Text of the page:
H-1B is one of the more popular visas that foreign nationals and aliens consistently apply for, as they hope to gain legal status and permission to work in the United States. However, the nature of the selection process and the large amounts of applications make the attainment of this visa challenging for many. For the 2019 Fiscal Year, there were approximately 190,000 H-1B applications for a mere 85,000 visas.

Besides the intense competition from large number of applications, and the scrutiny of the USCIS, the selection process is also difficult. Applications must first be selected from the random lottery, and then receive approval from USCIS before they can be in valid H-1B status.

These hurdles leave many H-1B hopefuls with the need to have backup plans, if they cannot get an H-1B. Please note that the options listed are primarily intended for those who were not selected for H-1B visas and are not eligible for OPT Extensions and do not want to leave the U.S. upon expiration of their current status. Below are some options:

1.    Return to School. 

Returning to school is one of the best options available to those who were not successful in being selected in the H-1B. The first benefit is that the individual will be able to maintain their legal status through the F-1 designation and, thus, avoid accumulating unlawful presence in the U.S. or having to leave the country. The second, and perhaps most beneficial benefit, is that the individual earns another degree to distinguish himself/herself for job opportunities. Furthermore, those who had only earned an undergraduate degree, can now earn a graduate degree and retry for the H-1B as Master’s Cap, thereby increasing their chances of selection this time around.

In other words, by returning to school, one is able to become more competitive for jobs, earn an additional academic accolade, and be eligible for another try at the H-1B, all while remaining legally in the United States. This option is also beneficial as it may elevate an individual into becoming eligible for immigrant petitions like EB2 or EB3, and even EB1, given the individual’s achievements and expertise.

Refer to this previous Ross Yang Law Tips article for information about how to choose a school in the U.S. as an international student.

2.    Apply for Other Visas  

Another option is to apply for the O-1 Visa – intended for those who have demonstrated and continue to demonstrate outstanding achievement in their fields of work and study. The advantages of the O-1 include: no specific timeline or caps as USCIS can approve as many O-1 visas as it wants, no prevailing wage determination or LCA needed, and the visa can be obtained for up to three years with no maximum period of validity. There is also the Premium Processing* option available for the O-1, which allows applicants to receive a decision on their status within 15 days of their case being received by USCIS.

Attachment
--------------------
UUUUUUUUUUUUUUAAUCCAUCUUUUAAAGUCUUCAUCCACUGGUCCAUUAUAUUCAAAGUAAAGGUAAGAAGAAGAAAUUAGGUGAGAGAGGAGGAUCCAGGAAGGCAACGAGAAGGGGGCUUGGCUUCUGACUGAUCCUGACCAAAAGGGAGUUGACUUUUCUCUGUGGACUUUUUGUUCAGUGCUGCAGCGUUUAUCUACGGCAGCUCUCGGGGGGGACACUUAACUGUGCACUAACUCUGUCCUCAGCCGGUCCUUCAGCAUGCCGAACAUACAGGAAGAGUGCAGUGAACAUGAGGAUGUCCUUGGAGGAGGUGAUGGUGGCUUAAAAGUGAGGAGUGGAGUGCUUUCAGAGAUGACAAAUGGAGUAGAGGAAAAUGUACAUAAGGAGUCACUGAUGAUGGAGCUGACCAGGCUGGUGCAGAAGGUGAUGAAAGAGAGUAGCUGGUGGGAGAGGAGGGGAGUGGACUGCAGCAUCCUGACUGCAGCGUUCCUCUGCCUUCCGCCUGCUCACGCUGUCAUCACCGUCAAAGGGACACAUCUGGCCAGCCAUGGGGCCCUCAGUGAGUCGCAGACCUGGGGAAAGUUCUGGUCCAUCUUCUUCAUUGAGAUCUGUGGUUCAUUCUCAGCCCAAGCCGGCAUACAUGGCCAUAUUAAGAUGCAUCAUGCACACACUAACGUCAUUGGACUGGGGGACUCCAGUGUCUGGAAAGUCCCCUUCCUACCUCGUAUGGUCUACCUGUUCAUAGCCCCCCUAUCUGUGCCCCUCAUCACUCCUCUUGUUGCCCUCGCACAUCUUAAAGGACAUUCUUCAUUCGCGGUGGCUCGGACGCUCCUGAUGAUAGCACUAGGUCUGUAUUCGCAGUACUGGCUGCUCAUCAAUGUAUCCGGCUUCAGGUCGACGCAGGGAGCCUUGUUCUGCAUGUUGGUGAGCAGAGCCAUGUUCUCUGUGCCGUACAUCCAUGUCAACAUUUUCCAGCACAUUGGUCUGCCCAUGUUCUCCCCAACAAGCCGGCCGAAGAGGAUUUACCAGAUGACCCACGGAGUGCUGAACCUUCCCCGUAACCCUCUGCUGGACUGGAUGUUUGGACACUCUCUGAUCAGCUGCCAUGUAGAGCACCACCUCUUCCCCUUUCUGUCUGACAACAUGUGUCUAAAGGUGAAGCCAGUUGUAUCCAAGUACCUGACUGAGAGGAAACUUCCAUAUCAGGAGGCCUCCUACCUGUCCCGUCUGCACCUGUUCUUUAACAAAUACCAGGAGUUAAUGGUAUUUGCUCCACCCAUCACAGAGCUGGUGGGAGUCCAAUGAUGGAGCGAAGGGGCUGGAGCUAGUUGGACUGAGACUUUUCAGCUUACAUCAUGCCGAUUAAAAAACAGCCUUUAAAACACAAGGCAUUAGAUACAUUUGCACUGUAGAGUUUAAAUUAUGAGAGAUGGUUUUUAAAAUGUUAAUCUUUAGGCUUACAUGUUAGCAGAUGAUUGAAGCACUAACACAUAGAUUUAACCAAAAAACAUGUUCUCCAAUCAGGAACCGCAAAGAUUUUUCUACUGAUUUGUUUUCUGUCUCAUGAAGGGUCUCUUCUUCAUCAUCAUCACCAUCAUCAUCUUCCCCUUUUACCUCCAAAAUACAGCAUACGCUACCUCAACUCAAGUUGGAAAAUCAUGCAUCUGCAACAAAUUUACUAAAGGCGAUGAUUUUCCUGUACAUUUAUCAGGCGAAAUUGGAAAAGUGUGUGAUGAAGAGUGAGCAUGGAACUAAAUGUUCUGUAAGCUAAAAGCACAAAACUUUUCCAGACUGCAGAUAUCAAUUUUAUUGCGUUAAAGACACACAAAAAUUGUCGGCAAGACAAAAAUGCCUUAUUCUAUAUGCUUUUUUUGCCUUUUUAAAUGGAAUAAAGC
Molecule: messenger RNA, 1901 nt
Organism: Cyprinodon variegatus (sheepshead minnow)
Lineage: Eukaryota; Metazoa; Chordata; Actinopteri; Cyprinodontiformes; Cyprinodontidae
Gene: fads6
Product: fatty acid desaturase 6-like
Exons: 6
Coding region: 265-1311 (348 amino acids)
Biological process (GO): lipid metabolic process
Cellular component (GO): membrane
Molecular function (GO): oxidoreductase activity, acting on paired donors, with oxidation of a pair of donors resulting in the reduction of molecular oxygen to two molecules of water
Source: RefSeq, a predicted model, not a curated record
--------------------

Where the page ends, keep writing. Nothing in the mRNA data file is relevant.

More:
The O-1 is different, however, in its eligibility requirements for candidates. Typically, those applying for the O-1 have risen to the top of their field and have an excellent record of outstanding achievements in their field. Evidence of outstanding achievements include: numerous citations and publications in high-impact and prestigious journals and conference symposiums, as well as, patents, Ph.D. and other graduate level degrees from top institutions, expert reviewer or judging experience for high-ranking publications and symposiums, and international acclaim through original contributions.

There is also the L-1 Visa, which involves an intracompany transfer, meaning an individual arrives to the U.S. with a visa to work for the U.S. affiliate or branch of the foreign company.

Other options that are still possible, but to fewer individuals include: B-1 Visitor Visa and TN-1 Visa.

*The Premium Processing is currently an option for O-1, however, the client or attorney must check USCIS to confirm that this remains to be the case as it can change.

3.    Changing Status Back to that of Dependent 

This option is another one available but is not applicable to all H-1B applicants seeking backup plans. Nonetheless, if the individual is married to someone in another valid status, he or she can change his or her status to that of a dependent to legally remain in the United States. For instance, if the spouse is able to receive H-1B while the applicant is rejected, then the applicant changes his or her status to H-4 to maintain legal status. Similarly, if one is married to someone with an O-1 visa, he/she can change their status to O-3 and maintain legal status. Naturally, this is not the best or most applicable option, but it is another to be considered by those who may fit the eligibility.

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